But two years went by and there was no sign of a new parish. By then, the families had more than doubled, numbering 90. At Rev. Kieruj’s suggestion, on April 5, 1902, the group of families purchased nine plots of land in an effort to demonstrate their commitment to the building of a new church. After only two weeks, convinced of the parishioners’ determination and sincerity, Bishop Foley approved the establishment of St. John Cantius parish in Delray, named for St. John of Kanty, priest of the diocese of Krakow, Poland. That same year, Rev. John Walczak, who led the effort to build a temporary church and school, was assigned as founding pastor of St. John Cantius. The original church was a wood-framed structure. The schoolhouse had 11 classrooms to accommodate the school’s 107 students, and Felician Sisters arrived to instruct them.
In1904, a Hungarian Lutheran Church was formed in Delray and opened at 8151 Thaddeus Street, and in 1905, Holy Cross Hungarian Roman Catholic Church opened at 8423 South Street. Several more Hungarian churches, including a Hungarian Baptist church and St. John the Baptist Hungary Byzantine Rite Catholic Church, were opened in the area. Because of its large Hungarian population, the Delray-Springwells area became known as “Little Hungary.” Three subsequent waves of Hungarians would arrive in Detroit.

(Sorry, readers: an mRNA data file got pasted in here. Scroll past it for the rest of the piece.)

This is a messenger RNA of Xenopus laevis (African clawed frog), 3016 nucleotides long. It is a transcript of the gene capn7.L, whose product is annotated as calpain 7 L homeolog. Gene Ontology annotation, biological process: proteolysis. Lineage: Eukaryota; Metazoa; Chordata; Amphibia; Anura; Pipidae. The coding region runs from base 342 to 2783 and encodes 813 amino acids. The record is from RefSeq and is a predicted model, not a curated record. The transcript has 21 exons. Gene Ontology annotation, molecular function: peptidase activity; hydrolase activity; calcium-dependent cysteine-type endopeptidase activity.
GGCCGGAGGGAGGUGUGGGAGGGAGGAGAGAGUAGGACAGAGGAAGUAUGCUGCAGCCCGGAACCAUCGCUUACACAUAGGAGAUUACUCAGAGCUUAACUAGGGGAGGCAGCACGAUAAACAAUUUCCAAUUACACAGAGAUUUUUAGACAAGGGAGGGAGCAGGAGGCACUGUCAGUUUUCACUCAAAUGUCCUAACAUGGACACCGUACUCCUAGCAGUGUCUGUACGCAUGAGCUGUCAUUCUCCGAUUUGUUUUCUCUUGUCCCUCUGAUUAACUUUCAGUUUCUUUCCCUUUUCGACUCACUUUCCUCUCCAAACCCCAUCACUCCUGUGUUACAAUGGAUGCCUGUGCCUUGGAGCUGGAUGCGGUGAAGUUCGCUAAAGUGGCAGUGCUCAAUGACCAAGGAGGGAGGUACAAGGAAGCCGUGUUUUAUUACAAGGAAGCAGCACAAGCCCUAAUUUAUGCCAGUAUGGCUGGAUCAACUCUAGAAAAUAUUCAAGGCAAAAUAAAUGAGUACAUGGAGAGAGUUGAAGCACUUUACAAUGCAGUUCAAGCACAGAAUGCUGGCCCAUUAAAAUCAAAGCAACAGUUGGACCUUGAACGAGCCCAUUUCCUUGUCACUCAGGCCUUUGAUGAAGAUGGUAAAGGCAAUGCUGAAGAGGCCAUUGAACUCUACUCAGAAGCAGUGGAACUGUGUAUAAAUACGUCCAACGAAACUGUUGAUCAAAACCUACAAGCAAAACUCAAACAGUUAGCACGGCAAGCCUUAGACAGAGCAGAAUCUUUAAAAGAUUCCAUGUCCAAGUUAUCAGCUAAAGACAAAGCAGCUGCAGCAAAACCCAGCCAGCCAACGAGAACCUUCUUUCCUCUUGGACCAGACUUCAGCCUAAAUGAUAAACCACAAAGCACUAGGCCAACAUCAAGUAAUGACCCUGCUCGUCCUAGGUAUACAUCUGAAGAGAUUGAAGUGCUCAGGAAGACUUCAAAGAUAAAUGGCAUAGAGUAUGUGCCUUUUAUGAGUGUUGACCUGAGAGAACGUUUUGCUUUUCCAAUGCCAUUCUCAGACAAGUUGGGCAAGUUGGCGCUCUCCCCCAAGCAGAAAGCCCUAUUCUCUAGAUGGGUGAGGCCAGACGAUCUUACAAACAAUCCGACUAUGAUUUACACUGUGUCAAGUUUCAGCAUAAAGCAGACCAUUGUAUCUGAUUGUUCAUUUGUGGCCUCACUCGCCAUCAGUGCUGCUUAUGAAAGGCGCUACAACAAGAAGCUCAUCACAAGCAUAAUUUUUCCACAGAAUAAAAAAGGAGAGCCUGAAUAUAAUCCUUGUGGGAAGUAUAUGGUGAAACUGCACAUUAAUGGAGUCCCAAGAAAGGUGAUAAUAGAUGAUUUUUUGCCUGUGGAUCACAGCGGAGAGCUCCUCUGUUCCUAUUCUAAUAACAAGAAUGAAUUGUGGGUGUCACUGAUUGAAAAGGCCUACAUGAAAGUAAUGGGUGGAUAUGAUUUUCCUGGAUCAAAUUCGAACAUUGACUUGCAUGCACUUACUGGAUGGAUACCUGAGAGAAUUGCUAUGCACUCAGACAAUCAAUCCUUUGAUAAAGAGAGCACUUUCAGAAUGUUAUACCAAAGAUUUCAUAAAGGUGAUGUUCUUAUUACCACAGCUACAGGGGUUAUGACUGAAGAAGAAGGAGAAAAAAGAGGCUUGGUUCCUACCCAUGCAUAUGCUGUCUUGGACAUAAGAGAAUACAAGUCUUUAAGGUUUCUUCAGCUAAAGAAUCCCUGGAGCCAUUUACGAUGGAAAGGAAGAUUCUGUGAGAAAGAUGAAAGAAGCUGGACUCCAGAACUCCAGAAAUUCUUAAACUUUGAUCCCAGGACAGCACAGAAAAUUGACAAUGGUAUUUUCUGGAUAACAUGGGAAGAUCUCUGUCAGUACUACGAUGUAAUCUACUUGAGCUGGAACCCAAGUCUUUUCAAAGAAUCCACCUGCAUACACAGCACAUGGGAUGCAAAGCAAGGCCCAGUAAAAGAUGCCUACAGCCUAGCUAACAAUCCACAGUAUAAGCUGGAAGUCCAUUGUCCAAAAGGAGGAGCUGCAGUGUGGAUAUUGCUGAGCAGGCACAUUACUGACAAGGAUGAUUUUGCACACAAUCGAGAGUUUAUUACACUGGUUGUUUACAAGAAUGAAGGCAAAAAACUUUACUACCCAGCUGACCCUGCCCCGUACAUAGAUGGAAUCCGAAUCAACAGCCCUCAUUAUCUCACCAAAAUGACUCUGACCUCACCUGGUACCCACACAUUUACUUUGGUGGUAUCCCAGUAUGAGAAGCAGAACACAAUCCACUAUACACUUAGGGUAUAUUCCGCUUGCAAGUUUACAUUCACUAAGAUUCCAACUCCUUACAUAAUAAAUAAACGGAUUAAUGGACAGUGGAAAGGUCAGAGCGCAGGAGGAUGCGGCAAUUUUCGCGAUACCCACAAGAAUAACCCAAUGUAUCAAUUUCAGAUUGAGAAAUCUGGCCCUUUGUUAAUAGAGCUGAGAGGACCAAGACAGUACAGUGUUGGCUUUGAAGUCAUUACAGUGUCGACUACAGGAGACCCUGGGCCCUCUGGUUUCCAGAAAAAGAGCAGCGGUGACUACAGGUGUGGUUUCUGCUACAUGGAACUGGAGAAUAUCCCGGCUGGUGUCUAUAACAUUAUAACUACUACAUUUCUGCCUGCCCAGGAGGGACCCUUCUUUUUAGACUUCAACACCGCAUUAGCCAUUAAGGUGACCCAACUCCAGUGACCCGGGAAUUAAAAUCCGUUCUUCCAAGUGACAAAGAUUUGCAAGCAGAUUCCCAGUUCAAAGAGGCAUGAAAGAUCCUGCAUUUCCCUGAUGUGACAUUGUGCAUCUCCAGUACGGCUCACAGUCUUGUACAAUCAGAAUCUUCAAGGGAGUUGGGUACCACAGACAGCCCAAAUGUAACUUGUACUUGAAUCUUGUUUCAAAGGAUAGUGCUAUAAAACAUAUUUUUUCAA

In 1905, the city of Detroit annexed Delray’s seven square miles, along with its neighboring villages of Woodmere and Springwells.
The congregation of St. John Cantius worshiped in the temporary church for several years but soon outgrew it. Well-known architect Harry J. Rill, who had been the architect of other Detroit-area churches, was commissioned to design a newer, larger church at a cost of $51,000. The value in 2020 dollars would be well over $1.3 million. On August 28, 1910, Bishop Kodelka of Cleveland laid the cornerstone of the new church and school.
However, as the parish continued to grow, yet another structure became necessary, and J. G. Steinbach of the Chicago architectural firm of Worthmann & Steinbach was commissioned to design what would become the current and final structure. A parking lot replaced the site where the previous church had stood. Joseph Nowakowski served as the contractor. In 1923, the cornerstone of the impressive red brick church was laid at 844 Harbaugh Street at Thaddeus, west of Dearborn Street and north of W. Jefferson Avenue. The Romanesque-style church featured tall, arched windows, two bell towers, two stone angels placed on either side of the entrance doors and high atop masonry columns, with their arms folded across their chests, and a large, ornate rose window above the doors.